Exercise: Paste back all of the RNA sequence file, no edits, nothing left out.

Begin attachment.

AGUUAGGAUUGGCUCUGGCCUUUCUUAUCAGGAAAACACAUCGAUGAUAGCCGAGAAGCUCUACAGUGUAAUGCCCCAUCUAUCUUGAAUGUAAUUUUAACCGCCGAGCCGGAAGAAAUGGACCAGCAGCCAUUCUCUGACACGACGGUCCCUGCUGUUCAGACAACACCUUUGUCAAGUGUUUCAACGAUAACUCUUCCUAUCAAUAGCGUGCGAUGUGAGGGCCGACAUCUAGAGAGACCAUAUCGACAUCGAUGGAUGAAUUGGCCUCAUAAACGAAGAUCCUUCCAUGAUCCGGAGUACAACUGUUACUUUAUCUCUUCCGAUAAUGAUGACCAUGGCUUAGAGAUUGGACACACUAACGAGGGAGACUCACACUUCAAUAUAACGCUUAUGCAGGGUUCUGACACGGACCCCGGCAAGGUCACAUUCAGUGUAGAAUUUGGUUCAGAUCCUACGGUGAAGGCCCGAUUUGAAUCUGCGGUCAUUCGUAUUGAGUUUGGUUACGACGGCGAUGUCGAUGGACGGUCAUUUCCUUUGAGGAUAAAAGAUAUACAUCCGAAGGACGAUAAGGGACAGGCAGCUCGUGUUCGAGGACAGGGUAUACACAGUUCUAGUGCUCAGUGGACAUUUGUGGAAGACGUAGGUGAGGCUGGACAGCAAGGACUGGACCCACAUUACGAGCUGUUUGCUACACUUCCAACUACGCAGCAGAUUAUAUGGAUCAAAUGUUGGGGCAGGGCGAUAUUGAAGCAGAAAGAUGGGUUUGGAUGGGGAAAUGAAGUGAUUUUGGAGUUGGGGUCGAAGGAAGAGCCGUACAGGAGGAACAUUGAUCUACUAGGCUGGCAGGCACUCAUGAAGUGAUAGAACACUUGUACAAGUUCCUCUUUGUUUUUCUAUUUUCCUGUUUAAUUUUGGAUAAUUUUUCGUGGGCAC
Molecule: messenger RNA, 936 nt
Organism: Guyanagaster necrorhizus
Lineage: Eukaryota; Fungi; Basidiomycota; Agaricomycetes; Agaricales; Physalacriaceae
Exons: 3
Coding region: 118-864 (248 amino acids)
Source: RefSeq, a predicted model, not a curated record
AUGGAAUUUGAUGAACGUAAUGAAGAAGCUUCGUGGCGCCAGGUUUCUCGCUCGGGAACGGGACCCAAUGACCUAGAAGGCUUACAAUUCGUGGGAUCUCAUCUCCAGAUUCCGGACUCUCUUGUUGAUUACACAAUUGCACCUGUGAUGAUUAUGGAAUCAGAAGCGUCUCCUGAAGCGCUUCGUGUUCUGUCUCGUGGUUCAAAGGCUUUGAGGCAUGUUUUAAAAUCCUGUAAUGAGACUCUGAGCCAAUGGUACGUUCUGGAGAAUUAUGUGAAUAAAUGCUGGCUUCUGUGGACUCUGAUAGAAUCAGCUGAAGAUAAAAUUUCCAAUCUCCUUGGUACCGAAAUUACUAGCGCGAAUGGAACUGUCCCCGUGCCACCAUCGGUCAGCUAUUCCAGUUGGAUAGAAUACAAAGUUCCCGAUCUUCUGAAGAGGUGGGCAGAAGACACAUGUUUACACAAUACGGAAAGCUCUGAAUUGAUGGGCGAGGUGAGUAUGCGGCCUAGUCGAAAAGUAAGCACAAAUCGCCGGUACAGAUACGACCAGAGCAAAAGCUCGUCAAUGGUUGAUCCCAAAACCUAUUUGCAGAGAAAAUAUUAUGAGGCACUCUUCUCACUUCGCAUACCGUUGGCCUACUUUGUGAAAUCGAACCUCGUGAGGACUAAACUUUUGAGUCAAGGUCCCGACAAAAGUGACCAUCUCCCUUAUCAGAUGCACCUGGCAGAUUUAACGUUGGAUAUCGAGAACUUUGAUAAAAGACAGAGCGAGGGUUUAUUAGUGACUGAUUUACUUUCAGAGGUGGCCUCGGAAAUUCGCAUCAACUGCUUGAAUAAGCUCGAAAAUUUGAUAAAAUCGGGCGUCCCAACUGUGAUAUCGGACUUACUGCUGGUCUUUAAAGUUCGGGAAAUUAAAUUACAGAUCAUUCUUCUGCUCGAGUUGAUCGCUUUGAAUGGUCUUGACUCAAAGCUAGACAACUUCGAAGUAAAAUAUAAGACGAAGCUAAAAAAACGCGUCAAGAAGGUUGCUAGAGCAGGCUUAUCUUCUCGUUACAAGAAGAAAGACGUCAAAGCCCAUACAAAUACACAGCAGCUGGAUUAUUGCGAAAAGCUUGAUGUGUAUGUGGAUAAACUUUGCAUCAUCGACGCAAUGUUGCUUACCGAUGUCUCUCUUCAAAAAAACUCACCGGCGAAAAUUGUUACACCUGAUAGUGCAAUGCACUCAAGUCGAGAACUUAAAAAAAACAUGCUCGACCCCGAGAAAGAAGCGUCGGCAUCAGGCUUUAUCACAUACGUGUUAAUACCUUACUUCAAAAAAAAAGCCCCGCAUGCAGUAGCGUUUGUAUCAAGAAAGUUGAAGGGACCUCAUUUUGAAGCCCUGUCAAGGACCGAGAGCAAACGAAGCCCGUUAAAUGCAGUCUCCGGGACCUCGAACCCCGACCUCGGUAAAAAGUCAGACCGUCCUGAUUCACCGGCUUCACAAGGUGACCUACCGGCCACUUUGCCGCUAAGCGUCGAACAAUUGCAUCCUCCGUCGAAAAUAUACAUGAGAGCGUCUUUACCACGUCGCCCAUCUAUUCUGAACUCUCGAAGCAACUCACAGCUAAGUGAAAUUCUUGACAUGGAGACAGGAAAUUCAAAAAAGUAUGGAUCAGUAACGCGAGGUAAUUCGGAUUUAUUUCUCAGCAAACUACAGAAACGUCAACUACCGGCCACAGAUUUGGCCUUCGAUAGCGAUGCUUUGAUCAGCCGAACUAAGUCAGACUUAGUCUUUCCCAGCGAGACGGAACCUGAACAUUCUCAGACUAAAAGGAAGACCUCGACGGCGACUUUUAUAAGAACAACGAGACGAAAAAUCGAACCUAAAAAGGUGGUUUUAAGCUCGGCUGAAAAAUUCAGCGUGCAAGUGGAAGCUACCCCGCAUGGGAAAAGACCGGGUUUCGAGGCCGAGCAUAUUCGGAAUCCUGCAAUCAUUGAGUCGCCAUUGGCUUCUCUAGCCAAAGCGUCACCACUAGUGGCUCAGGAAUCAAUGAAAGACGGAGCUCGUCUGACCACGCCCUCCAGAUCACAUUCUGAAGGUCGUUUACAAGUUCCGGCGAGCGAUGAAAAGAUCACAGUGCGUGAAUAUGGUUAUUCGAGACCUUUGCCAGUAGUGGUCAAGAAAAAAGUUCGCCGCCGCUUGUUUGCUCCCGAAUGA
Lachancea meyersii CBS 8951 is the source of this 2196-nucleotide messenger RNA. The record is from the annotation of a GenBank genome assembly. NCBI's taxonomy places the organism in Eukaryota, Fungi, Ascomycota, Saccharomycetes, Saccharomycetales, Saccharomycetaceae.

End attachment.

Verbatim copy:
AGUUAGGAUUGGCUCUGGCCUUUCUUAUCAGGAAAACACAUCGAUGAUAGCCGAGAAGCUCUACAGUGUAAUGCCCCAUCUAUCUUGAAUGUAAUUUUAACCGCCGAGCCGGAAGAAAUGGACCAGCAGCCAUUCUCUGACACGACGGUCCCUGCUGUUCAGACAACACCUUUGUCAAGUGUUUCAACGAUAACUCUUCCUAUCAAUAGCGUGCGAUGUGAGGGCCGACAUCUAGAGAGACCAUAUCGACAUCGAUGGAUGAAUUGGCCUCAUAAACGAAGAUCCUUCCAUGAUCCGGAGUACAACUGUUACUUUAUCUCUUCCGAUAAUGAUGACCAUGGCUUAGAGAUUGGACACACUAACGAGGGAGACUCACACUUCAAUAUAACGCUUAUGCAGGGUUCUGACACGGACCCCGGCAAGGUCACAUUCAGUGUAGAAUUUGGUUCAGAUCCUACGGUGAAGGCCCGAUUUGAAUCUGCGGUCAUUCGUAUUGAGUUUGGUUACGACGGCGAUGUCGAUGGACGGUCAUUUCCUUUGAGGAUAAAAGAUAUACAUCCGAAGGACGAUAAGGGACAGGCAGCUCGUGUUCGAGGACAGGGUAUACACAGUUCUAGUGCUCAGUGGACAUUUGUGGAAGACGUAGGUGAGGCUGGACAGCAAGGACUGGACCCACAUUACGAGCUGUUUGCUACACUUCCAACUACGCAGCAGAUUAUAUGGAUCAAAUGUUGGGGCAGGGCGAUAUUGAAGCAGAAAGAUGGGUUUGGAUGGGGAAAUGAAGUGAUUUUGGAGUUGGGGUCGAAGGAAGAGCCGUACAGGAGGAACAUUGAUCUACUAGGCUGGCAGGCACUCAUGAAGUGAUAGAACACUUGUACAAGUUCCUCUUUGUUUUUCUAUUUUCCUGUUUAAUUUUGGAUAAUUUUUCGUGGGCAC
Molecule: messenger RNA, 936 nt
Organism: Guyanagaster necrorhizus
Lineage: Eukaryota; Fungi; Basidiomycota; Agaricomycetes; Agaricales; Physalacriaceae
Exons: 3
Coding region: 118-864 (248 amino acids)
Source: RefSeq, a predicted model, not a curated record
AUGGAAUUUGAUGAACGUAAUGAAGAAGCUUCGUGGCGCCAGGUUUCUCGCUCGGGAACGGGACCCAAUGACCUAGAAGGCUUACAAUUCGUGGGAUCUCAUCUCCAGAUUCCGGACUCUCUUGUUGAUUACACAAUUGCACCUGUGAUGAUUAUGGAAUCAGAAGCGUCUCCUGAAGCGCUUCGUGUUCUGUCUCGUGGUUCAAAGGCUUUGAGGCAUGUUUUAAAAUCCUGUAAUGAGACUCUGAGCCAAUGGUACGUUCUGGAGAAUUAUGUGAAUAAAUGCUGGCUUCUGUGGACUCUGAUAGAAUCAGCUGAAGAUAAAAUUUCCAAUCUCCUUGGUACCGAAAUUACUAGCGCGAAUGGAACUGUCCCCGUGCCACCAUCGGUCAGCUAUUCCAGUUGGAUAGAAUACAAAGUUCCCGAUCUUCUGAAGAGGUGGGCAGAAGACACAUGUUUACACAAUACGGAAAGCUCUGAAUUGAUGGGCGAGGUGAGUAUGCGGCCUAGUCGAAAAGUAAGCACAAAUCGCCGGUACAGAUACGACCAGAGCAAAAGCUCGUCAAUGGUUGAUCCCAAAACCUAUUUGCAGAGAAAAUAUUAUGAGGCACUCUUCUCACUUCGCAUACCGUUGGCCUACUUUGUGAAAUCGAACCUCGUGAGGACUAAACUUUUGAGUCAAGGUCCCGACAAAAGUGACCAUCUCCCUUAUCAGAUGCACCUGGCAGAUUUAACGUUGGAUAUCGAGAACUUUGAUAAAAGACAGAGCGAGGGUUUAUUAGUGACUGAUUUACUUUCAGAGGUGGCCUCGGAAAUUCGCAUCAACUGCUUGAAUAAGCUCGAAAAUUUGAUAAAAUCGGGCGUCCCAACUGUGAUAUCGGACUUACUGCUGGUCUUUAAAGUUCGGGAAAUUAAAUUACAGAUCAUUCUUCUGCUCGAGUUGAUCGCUUUGAAUGGUCUUGACUCAAAGCUAGACAACUUCGAAGUAAAAUAUAAGACGAAGCUAAAAAAACGCGUCAAGAAGGUUGCUAGAGCAGGCUUAUCUUCUCGUUACAAGAAGAAAGACGUCAAAGCCCAUACAAAUACACAGCAGCUGGAUUAUUGCGAAAAGCUUGAUGUGUAUGUGGAUAAACUUUGCAUCAUCGACGCAAUGUUGCUUACCGAUGUCUCUCUUCAAAAAAACUCACCGGCGAAAAUUGUUACACCUGAUAGUGCAAUGCACUCAAGUCGAGAACUUAAAAAAAACAUGCUCGACCCCGAGAAAGAAGCGUCGGCAUCAGGCUUUAUCACAUACGUGUUAAUACCUUACUUCAAAAAAAAAGCCCCGCAUGCAGUAGCGUUUGUAUCAAGAAAGUUGAAGGGACCUCAUUUUGAAGCCCUGUCAAGGACCGAGAGCAAACGAAGCCCGUUAAAUGCAGUCUCCGGGACCUCGAACCCCGACCUCGGUAAAAAGUCAGACCGUCCUGAUUCACCGGCUUCACAAGGUGACCUACCGGCCACUUUGCCGCUAAGCGUCGAACAAUUGCAUCCUCCGUCGAAAAUAUACAUGAGAGCGUCUUUACCACGUCGCCCAUCUAUUCUGAACUCUCGAAGCAACUCACAGCUAAGUGAAAUUCUUGACAUGGAGACAGGAAAUUCAAAAAAGUAUGGAUCAGUAACGCGAGGUAAUUCGGAUUUAUUUCUCAGCAAACUACAGAAACGUCAACUACCGGCCACAGAUUUGGCCUUCGAUAGCGAUGCUUUGAUCAGCCGAACUAAGUCAGACUUAGUCUUUCCCAGCGAGACGGAACCUGAACAUUCUCAGACUAAAAGGAAGACCUCGACGGCGACUUUUAUAAGAACAACGAGACGAAAAAUCGAACCUAAAAAGGUGGUUUUAAGCUCGGCUGAAAAAUUCAGCGUGCAAGUGGAAGCUACCCCGCAUGGGAAAAGACCGGGUUUCGAGGCCGAGCAUAUUCGGAAUCCUGCAAUCAUUGAGUCGCCAUUGGCUUCUCUAGCCAAAGCGUCACCACUAGUGGCUCAGGAAUCAAUGAAAGACGGAGCUCGUCUGACCACGCCCUCCAGAUCACAUUCUGAAGGUCGUUUACAAGUUCCGGCGAGCGAUGAAAAGAUCACAGUGCGUGAAUAUGGUUAUUCGAGACCUUUGCCAGUAGUGGUCAAGAAAAAAGUUCGCCGCCGCUUGUUUGCUCCCGAAUGA
Lachancea meyersii CBS 8951 is the source of this 2196-nucleotide messenger RNA. The record is from the annotation of a GenBank genome assembly. NCBI's taxonomy places the organism in Eukaryota, Fungi, Ascomycota, Saccharomycetes, Saccharomycetales, Saccharomycetaceae.